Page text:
Sunday, August 29, 2010

Random Labor theory of value rant

the labor theory of value states that the only source of value is labor, by which is meant that it alone can add more value than it had itself. Marx called that difference between the value embodied in labor and the value that labor added to production 'surplus value', and saw it as the only way profit is made.

He gave two proofs of this, one "negative" proof by process of elimination of the unique characteristics of labor, and one" positive" based on a general theory of commodities; the negative proof is by far the most widely known and used, and it's the one I'm going to talk about.

It follows that labor is unique among commodities, in that what's sold isn't the laborers themsleves (excepting the case of slavery, obviously), but their capacity to work, a commodity Marx referred to as "labor-power", the value of which was the means of subsistence (what's required to reproduce labor power), ie it might take four hours of labor a day to produce the goods needed to keep a worker alive.

What a factory owner, for example, receives in exchange for paying for that labor-power isn't the labor-power itself, however, but actual work. If you produce the means of subsistence in four hours and you work an eight-hour shift, you've worked twice as long as it takes to produce the value of your labor-power and the extra four hours of work is "surplus labor", which accrues to the factory owner and provides the basis for his profits. Since there isn't any commodity other than labor where you can distinguish the commodity itself from its "commodity power", every other commodity consumed in production transfers its value to the product, and labor is the only source of profit.

This also means that the rate of profit is directly related to the rate of surplus value, where the rate of surplus value is defined by the ratio of the labor time required to secure the means of subsistence to the labor time actually performed, eg in my factory example the ratio is 1:1, four hours of necessary labor to four hours of surplus labor. The rate of profit is defined as the ratio of surplus (hereafter "s") to the sum of the inputs required to generate a surplus, those inputs being necessary labor and the means of production. Necessary labor he called "variable capital" (hereafter "v") because it could increase value, and the means of production he called constant capital (hereafter "c") because it couldn't.

The rate of surplus value (s/v) is assumed to be constant across time and industries, as well as that the competitive forces of markets will lead to the replacement of labor with machinery (c). So for any production process c becomes larger with time, thereby decreasing the ratio of s to c+v, thus reducing the rate of profit. This means that, regardless of the efforts of capitalists, the rate of profit inevitably falls; to which their response would be to lower wages, eventually leading to revolution and a communist society.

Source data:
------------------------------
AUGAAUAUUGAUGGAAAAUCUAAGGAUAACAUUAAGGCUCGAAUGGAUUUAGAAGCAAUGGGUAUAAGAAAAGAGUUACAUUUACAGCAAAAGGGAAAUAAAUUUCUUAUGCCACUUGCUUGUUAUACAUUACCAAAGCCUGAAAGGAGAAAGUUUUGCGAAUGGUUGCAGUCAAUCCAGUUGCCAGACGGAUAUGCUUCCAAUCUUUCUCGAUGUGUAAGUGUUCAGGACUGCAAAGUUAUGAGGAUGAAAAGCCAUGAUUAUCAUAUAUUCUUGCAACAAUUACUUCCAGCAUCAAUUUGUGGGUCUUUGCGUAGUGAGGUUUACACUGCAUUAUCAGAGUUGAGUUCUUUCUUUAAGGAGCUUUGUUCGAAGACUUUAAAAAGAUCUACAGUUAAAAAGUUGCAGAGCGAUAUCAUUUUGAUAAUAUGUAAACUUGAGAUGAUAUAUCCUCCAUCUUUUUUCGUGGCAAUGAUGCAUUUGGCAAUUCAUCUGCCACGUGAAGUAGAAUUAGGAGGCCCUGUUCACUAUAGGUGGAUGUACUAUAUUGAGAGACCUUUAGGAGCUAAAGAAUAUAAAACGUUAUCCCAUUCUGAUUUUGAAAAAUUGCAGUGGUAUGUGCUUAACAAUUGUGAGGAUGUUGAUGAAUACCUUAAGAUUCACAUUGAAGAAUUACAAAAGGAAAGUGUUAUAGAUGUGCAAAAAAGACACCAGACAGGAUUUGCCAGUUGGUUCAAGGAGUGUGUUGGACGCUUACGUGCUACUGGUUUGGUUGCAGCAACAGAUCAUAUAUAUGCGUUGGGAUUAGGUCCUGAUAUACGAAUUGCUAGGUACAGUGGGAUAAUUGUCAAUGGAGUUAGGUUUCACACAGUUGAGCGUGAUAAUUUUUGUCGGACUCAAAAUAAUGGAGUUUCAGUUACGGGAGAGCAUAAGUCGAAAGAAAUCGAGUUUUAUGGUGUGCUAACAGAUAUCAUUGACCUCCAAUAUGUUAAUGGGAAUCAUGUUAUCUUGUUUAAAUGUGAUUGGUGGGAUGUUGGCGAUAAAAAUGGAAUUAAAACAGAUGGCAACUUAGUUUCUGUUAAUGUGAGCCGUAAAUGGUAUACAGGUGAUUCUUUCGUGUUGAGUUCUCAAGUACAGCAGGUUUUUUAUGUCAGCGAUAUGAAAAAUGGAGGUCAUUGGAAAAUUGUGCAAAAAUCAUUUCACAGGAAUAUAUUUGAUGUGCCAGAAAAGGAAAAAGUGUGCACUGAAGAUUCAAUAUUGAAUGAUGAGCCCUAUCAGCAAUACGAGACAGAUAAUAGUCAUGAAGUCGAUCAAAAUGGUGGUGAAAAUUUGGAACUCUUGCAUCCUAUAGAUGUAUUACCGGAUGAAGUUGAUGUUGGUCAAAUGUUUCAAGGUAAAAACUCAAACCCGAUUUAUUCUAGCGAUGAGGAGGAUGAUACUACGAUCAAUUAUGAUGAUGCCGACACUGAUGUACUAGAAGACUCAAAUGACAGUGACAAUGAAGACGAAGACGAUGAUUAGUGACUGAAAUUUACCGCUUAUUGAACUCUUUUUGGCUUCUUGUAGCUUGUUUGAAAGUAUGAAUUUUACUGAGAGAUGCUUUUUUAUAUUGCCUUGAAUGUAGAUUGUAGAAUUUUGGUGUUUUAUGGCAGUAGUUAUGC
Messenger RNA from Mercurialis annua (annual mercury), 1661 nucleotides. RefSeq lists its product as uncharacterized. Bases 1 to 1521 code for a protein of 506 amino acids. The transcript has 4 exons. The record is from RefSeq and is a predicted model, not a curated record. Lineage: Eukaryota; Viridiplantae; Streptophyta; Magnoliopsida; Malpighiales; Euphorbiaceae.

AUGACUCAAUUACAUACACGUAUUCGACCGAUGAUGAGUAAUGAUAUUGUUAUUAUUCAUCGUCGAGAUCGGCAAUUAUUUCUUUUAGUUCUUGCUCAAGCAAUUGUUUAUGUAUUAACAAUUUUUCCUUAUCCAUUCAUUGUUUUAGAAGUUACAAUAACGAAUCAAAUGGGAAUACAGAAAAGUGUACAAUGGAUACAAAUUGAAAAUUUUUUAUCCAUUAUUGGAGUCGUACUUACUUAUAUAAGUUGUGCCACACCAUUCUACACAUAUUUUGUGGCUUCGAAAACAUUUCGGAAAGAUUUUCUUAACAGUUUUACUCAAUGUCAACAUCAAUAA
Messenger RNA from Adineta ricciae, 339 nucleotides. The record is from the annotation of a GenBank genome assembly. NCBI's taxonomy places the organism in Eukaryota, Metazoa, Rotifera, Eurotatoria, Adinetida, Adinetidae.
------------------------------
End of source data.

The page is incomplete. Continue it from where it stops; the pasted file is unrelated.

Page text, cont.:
That's the theory, anyway, but if you look a little closer you see some major inconsistencies. For one thing, there's no reason in practice that a rise in c couldn't result in an increase in s/v so that the rate of profit doesn't fall over time.

Another is what's called the "transformation problem", which arises from the fact that it's the rate of profit rather than the rate of surplus that motivates capitalists: if labor is the only source of surplus value and rates surplus value are constant across industries, industries with a higher than average ratio of labor to capital should have a higher rate of profit. But in a competitive capitalist economy, this can't apply in equilibrium since lower rates of profit in capital-intensive industries should lead to companies moving out of them and into labor intensive ones in order to maximize their rate of profit. His solution was to assume that capitalism is a "joint enterprise", such that capitalists earned profits proportional to their investments regardless of what industry they invested in. However, he never explained why perhaps the most competitive social system ever developed should wind up behaving so cooperatively, with capitalists sharing a uniform amount of profit.

There's also the fact that all non-labor inputs have to have been produced at some time in the past: even raw materials have been extracted using a combination direct labor as well as commodity inputs, and those inputs also reduce to a combination of direct labor and commodity inputs. You can do this indefinitely, but no matter how far back you go you can never eliminate commodities entirely, except maybe if you allow for the possibility of magic. Therefore, if value is in some sense the essence of a commodity, it can't be derived from labor alone. Both labor and commodities are the source of value.

So even though it's used as an attack on capitalism as well as a prediction of its downfall, it fails to even provide a coherent model of capitalism, much less any reason why it will inevitably fail and be replaced by communism. What's so bad about the labor theory of value is that it's a failure, basically.

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